This could include over-exercising, steroid abuse, and extreme dieting.

These measures, while aiming to alleviate feelings of inadequacy, can exacerbate states of anxiety and depression.

For instance, steroid abuse is linked to mood swings and can worsen depression symptoms.



Stress: So, What is the Link Between Anxiety, Depression and Bigorexia?

In essence, stress acts as a linchpin connecting muscle dysmorphia, anxiety, and depression.

The overwhelming pressure to conform to societal standards can lead to chronic stress, creating fertile ground for the onset of muscle dysmorphia.

Once entrenched, the disorder can further escalate feelings of stress, perpetuating a cycle that paves the way for anxiety and depression.

Recognising these interconnected links is vital for treatment that includes the two key areas for change – body, and mind, and underscores the importance of managing general day-to-day stress in today’s high-pressure society.



What Are Some Self-Care Ideas?

Self care ideas and routines can be a path to stable, improved mental health states.

And some simple inclusions throughout the day can have a considerable impact when exercised regularly, with consistency, and persistence.

  • Adequate sleep (which includes both duration and quality) is one of the greatest performance-enhancing drugs we carry with us, which is both available and free!
  • Healthy nutrition is always a go-to on the improvement list – and whilst there are a million people telling you what’s ‘right for you’, I’m pretty sure that the majority of us know what’s not so good for us – as cleverly as we might try to convince ourselves that there are quality carbs in that doughnut!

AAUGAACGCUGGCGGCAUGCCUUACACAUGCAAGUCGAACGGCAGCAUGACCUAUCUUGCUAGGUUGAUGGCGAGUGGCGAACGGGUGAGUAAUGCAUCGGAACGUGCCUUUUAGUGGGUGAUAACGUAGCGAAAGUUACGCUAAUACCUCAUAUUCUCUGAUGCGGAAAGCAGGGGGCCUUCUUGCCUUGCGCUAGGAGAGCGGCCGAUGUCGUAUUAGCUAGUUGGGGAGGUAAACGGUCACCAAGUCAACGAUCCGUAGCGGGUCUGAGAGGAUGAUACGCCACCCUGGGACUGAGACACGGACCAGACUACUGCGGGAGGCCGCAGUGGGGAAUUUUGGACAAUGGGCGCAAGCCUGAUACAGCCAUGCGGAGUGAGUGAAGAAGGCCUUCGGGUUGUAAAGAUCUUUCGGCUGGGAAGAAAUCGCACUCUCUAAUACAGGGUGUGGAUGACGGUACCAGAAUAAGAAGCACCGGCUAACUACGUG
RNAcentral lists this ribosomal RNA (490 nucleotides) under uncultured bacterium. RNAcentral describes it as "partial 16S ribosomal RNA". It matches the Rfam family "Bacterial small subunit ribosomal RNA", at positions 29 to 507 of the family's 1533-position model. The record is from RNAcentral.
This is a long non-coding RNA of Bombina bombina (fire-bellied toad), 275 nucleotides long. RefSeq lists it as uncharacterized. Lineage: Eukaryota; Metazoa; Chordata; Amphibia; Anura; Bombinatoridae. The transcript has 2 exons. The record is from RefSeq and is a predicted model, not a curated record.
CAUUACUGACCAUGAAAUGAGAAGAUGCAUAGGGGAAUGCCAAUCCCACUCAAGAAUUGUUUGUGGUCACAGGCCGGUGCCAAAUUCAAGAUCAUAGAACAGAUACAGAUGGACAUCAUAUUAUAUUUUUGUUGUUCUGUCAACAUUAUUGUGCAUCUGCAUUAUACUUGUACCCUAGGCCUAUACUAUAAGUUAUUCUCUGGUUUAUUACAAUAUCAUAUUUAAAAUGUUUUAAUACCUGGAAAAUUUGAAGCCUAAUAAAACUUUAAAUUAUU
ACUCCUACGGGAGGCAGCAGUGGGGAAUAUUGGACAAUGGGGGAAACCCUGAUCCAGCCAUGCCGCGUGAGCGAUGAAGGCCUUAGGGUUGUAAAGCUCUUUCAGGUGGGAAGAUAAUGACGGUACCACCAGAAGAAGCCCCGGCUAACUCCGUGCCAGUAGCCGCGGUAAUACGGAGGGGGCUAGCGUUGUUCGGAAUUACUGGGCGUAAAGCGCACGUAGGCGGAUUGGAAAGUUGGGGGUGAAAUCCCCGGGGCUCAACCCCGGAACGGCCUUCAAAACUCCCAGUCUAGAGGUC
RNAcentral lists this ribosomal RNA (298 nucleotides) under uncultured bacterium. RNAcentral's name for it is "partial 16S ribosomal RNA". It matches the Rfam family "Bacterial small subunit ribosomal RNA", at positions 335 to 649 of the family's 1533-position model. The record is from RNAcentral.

• Mindfulness practices can mitigate stress in the moment or as a more long-term strategy with regular use

Creating a balanced routine with your self-help ideas can begin to reduce stress levels over time, and help create a needed stepping stone to a better state of mental health which in turn can have progressive outcomes with concerns such as muscle dysmorphia.



The Role of Hypnotherapy

Solution-focused hypnotherapy can play an important role in the need for change when experiencing the concern of Bigorexia.

Unlike traditional methods, hypnotherapy focuses on the natural process of neuroplasticity (the brain’s natural way of change) to influence behaviour changes.

It’s exceptionally calming, reducing the effects of the fight or flight response that often accompanies stress and muscle dysmorphia, and in this moment of quiet the mind intensely focuses on solutions to problems, and how to implement them within life.

Hypnotherapy is also an effective way to instill positive coping mechanisms.

It can help you to navigate through the stressful emotional maze that accompanies states of anxiety, depression, and bouts of anger, enabling you to see more clearly and be creative in your problem-solving thinking.

Solution focused therapy combined with hypnosis can assist you in carving simple, attainable, and manageable paths through the woods of despair, reducing and eventually removing many of the symptoms often associated with muscle dysmorphia, anxiety, and depression.


🌐 Sources

American Psychological Association – Understanding Chronic Stress

Muscle Dysmorphia: Current Research and Potential Classification as a Disorder

Harvard Health – Understanding the Stress Response

Mayo Clinic – Anxiety Disorders

National Institute of Mental Health – Depression

Eating Disorder Hope – Muscle Dysmorphia

National Institute on Drug Abuse – Anabolic Steroids and the Brain


🌐 Resources

Obsessed With My Muscles: UNTOLD – Ch4


London Hypnotherapy – Body Dysmorphia Hypnosis